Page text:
Theology (orthdoxy and orthopraxy) should be the first order of business in any potential marriage discussion. Theology is foundational. It is the starting point. Without it, there is no reference point for right or wrong. In any approach to marriage that I pursue, I know the first order of business for me is to talk with a prospective marriage partner about our theology.

The People Magazine article on the Duggar’s “chaste courtship” reports:

“Jessa and Ben met in church, Jim Bob says, and then asked to correspond via text and on the phone. The Duggars agreed – and were kept in the conversation as the couple texted each other, mostly asking each other questions about theology and scripture.”

“ ‘Jessa has a very steady personality,’ says Michelle. ‘It has been interesting to watch their interactions because for her personality type, they share very similar beliefs.’ ”

It’s important to note that personality compatibility was not nearly as important to the Duggars as theological compatibility. This is not just a neat idea, though. It’s tied to one of the most overt commands God’s Word gives concerning the minimal standards for selecting a spouse: They must be a Christian. (See I Corinthians 6:4.)

This leads one to ask: Are there other minimal requirements for a Christian spouse?

Minimal Requirements for Christian Marriage

We have spoken on this forum before about the minimal requirements for a civil magistrate, most of which are summarized in Exodus 18:21. We know that the Scriptures have minimal requirements for church elders, which are delineated in I Timothy 3 and Titus 1. These minimal requirements from Scripture do not mean that it may not be desirable for a civil magistrate or church leader to possess more virtues or talents than are given in these specific Scriptural lists, but they do mean that these are the bare minimum lists of qualification from which we do not have the leeway from God to fudge. We cannot allow for a candidate to fall below these minimal standards. Any extent to which they exceed these minimal standards is cream on the top.

The Bible gives numerous teachings pertaining to marriage, some of which are more heavily emphasized than others. There are some things the Word of God directs, advises, or recommends for marriage. However, the question we ask here is what are the few most essential matters that God’s Word expresses as non-negotiables for everyone?

Occasionally, we catch ourselves saying something such as, “Well, for me this quality or ability [fill in the blank] would be absolutely essential for the future spouse I marry.” The key phrase in that statement is the words “for me.” That phrase reveals what standard we are applying: Ourselves.

The statement reveals that our standard is humanistic because it makes “me” (a fallible human) the standard for what qualities or abilities my future spouse should most essentially possess. As a Christian, however, I have a divine mandate to think God’s thoughts after him (II Cor. 10:5). As Dr. Cornelius Van Til used to say, to seek to be self-consciously “re-interpretive of God’s thoughts” rather than to seek to be original in my thoughts. So we have no option than to ask ourselves, “What qualities does God say are absolutely essential for my future spouse?”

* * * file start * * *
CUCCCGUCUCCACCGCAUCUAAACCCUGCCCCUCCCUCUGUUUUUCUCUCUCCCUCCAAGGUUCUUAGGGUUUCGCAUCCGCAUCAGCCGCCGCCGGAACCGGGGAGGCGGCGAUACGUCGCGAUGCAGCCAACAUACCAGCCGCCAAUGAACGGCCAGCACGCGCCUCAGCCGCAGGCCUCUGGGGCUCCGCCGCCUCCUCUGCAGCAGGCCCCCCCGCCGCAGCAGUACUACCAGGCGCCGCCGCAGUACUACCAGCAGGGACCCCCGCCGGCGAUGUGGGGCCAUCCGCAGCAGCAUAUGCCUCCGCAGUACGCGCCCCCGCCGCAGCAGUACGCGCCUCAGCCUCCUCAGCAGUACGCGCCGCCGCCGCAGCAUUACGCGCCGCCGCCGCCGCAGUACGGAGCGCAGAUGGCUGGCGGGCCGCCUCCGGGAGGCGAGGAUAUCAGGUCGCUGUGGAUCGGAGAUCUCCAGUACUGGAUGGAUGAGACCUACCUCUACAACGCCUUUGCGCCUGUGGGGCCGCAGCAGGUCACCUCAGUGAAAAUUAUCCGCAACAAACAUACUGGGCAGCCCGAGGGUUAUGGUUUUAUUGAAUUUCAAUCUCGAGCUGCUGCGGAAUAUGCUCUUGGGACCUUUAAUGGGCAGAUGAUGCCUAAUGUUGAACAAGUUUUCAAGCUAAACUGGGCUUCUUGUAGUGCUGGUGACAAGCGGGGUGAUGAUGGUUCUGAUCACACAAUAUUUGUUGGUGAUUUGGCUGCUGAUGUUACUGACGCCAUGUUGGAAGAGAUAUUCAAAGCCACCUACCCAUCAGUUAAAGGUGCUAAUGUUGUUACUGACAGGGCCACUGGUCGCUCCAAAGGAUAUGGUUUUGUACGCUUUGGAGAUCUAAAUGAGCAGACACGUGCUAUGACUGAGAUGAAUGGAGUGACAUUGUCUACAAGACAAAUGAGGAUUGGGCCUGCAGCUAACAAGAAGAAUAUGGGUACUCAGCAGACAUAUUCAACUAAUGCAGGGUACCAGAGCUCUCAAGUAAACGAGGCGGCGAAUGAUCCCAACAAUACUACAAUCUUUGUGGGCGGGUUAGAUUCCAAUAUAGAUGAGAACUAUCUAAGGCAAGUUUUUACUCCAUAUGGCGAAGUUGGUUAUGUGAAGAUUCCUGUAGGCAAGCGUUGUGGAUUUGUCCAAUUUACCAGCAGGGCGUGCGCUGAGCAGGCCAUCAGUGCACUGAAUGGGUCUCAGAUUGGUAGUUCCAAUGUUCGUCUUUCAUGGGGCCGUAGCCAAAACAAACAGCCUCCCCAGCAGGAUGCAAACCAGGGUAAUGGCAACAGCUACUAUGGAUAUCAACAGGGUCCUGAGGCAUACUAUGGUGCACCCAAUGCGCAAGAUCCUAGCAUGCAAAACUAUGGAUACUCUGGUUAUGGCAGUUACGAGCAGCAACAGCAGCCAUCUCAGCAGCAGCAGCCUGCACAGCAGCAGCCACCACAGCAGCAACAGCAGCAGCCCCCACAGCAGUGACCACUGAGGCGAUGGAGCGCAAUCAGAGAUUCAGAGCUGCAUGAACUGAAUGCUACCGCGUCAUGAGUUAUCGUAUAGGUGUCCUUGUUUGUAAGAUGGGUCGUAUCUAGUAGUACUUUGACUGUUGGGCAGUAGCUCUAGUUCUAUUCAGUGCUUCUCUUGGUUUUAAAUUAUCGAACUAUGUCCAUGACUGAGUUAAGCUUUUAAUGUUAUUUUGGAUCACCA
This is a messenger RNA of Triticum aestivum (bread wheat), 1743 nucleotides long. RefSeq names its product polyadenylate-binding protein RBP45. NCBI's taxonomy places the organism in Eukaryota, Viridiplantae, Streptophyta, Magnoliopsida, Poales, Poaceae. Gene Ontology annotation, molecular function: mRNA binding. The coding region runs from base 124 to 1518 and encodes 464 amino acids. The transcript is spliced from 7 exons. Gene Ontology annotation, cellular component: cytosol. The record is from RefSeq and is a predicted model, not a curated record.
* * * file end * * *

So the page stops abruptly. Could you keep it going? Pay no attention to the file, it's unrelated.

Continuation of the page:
In warfare, the most most essential thing for a foot soldier is that he must have a weapon. No weapon, no war. That’s the minimum. How effective a soldier may be in that war, however, may in large part be determined by the additional qualities of that weapon. Is it a sword, a bayonet, a gun? If it is a gun, is it semi-automatic or automatic? Pistol or rifle? A soldier may select a particular type of weapon because he believes it would make him more effective with it than without it, but we should not confuse the objective bare minimum essential qualities of something with the relative effectual qualities of something.

The history of warfare shows that often armies of lesser means have been successful at defeating armies of greater means because they were more strategic and resourceful with what they had. So effectiveness can often be determined not merely by what you have but by how you use what you have. So it may also be with a prospective marriage partner.

So a person may believe that it would be most effective for their life ministry goals for his or her future spouse to have had seminary training. or at least $50,000 in the bank, or been raised in a homeschool family, or be capable of speaking Spanish, or desiring to go to deepest darkest Africa to preach to the cannibals, etc. All of these may be beneficial qualities that might seem to increase the effectiveness of a particular person’s life ministry, but they are not the bare minimum essentials for a Christian marriage as God’s Word defines them.